The Queen is making a personal donation towards helping the millions of people who face starvation in East Africa.

The announcement comes after Boris Johnson paid a surprise visit to Somalia and as Sir Mo Farah backed a charity appeal for the cause.

A Buckingham Palace spokesman said: "I can confirm that Her Majesty is making a personal donation to the Disasters Emergency Committee's East Africa Crisis Appeal."

Britain has pledged to match public donations up to £5 million for the Disasters Emergency Committee's (DEC) East Africa Crisis Appeal, which seeks to help more than 16 million people "on the brink of starvation and in urgent need of food, water and medical treatment".

Videos will air on the BBC, ITV, Channel 4, Channel 5 and Sky in an appeal to get the British public to donate money to help those trapped in the crisis, caused by droughts and conflict.

Sir Mo, who spent his early childhood in some of the worst affected areas of Somalia, said he was "completely devastated", urging people to "act now".

Money raised by the DEC appeal will help those affected in Somalia, Kenya, Ethiopia and South Sudan, with the Government pledging to match public donations pound for pound, up to £5 million.

Between the four countries, around 800,000 children aged between six months and five years need life-saving treatment for severe acute malnutrition, said the DEC.

While in Somalia, the Foreign Secretary met President Mohamed Abdullahi Mohamed, who was elected last month.

He also saw demonstrations of the training the British Military is providing to Somali National Army (SNA) and African Union Mission to Somalia (AMISOM) forces.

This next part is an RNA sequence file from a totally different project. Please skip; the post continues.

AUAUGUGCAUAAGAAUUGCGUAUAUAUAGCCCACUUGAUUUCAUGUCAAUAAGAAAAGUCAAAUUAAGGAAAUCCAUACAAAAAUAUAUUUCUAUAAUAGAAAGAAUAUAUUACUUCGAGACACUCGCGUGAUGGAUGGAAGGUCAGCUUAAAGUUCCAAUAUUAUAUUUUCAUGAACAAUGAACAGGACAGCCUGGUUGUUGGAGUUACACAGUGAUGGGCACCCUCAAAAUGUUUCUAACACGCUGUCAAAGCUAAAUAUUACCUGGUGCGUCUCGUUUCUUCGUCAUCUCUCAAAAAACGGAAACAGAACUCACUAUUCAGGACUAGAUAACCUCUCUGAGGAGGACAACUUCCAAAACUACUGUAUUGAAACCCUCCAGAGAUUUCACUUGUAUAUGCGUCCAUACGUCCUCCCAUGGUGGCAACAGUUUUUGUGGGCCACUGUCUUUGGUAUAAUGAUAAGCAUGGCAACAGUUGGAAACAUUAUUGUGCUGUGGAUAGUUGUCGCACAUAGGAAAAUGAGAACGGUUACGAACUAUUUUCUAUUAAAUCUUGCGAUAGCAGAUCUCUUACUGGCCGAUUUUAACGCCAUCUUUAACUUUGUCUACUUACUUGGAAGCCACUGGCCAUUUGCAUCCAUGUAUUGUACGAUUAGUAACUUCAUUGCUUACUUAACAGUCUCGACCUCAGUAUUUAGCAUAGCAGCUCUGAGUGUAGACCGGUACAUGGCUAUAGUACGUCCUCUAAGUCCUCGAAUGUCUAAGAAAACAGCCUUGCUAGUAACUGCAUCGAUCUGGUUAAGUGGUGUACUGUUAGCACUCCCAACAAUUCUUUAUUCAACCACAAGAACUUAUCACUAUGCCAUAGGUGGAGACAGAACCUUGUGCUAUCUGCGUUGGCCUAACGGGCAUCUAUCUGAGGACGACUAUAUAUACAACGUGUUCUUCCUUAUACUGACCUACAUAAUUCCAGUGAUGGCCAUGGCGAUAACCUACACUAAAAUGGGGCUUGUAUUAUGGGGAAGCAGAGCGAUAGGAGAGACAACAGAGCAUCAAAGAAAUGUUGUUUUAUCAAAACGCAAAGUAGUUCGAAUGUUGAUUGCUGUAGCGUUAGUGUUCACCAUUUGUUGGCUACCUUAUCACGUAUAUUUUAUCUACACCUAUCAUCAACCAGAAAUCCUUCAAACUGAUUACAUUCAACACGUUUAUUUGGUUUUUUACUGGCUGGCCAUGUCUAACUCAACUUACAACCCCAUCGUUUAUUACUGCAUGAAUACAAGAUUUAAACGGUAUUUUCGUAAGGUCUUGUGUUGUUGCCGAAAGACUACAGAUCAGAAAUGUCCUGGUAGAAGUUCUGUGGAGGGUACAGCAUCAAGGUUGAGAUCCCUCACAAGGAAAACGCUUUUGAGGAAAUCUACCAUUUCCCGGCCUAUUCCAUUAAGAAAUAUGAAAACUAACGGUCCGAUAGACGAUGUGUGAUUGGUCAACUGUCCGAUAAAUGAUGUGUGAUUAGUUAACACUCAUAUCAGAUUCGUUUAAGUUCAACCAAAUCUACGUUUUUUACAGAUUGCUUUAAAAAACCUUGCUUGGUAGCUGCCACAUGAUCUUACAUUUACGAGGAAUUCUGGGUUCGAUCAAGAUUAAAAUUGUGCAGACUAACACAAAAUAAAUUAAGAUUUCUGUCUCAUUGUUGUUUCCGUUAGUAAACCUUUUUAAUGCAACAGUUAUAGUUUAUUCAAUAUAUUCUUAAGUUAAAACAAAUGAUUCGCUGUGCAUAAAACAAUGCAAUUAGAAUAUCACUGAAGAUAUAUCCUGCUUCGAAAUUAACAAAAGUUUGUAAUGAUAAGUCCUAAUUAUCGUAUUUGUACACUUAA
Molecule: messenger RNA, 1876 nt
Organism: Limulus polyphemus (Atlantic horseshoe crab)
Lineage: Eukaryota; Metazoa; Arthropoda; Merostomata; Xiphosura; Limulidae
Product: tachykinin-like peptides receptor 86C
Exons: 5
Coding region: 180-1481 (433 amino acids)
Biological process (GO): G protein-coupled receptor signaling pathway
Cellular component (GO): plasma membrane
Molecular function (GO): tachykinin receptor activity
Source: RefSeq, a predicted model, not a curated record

The training will help Somali forces combat terrorism and take responsibility for the security of their country.

Speaking after the trip, Mr Johnson said he was "delighted" to meet the country's president, and prime minister Hassan Ali Khayre.

He added: "I heard about their plans and priorities and we discussed how we can work together to improve security and deliver the economic development that Somalia needs to improve the lives of all its people.

"I was particularly impressed by the demonstrations of the practical help that the UK is delivering on the ground, from our military providing essential training for Somali armed forces to the live-saving humanitarian support from UK Aid. All of this is vital if Somalia is going to move forward to achieve long-term stability and prosperity.

Mr Johnson will next be visiting Uganda, Ethiopia and Kenya.

He will discuss regional security, prosperity and the London Somalia Conference on May 11 2017 and the Commonwealth Summit in April 2018.

Mr Johnson made a direct appeal to Britons to donate money, telling BBC Radio 4's PM: "It would be very well-spent in my view.

"You have probably 6.2 million people who are at risk of famine, kids dying of cholera in this country, and the cash that we are giving as the UK is, I believe, having an immediate impact."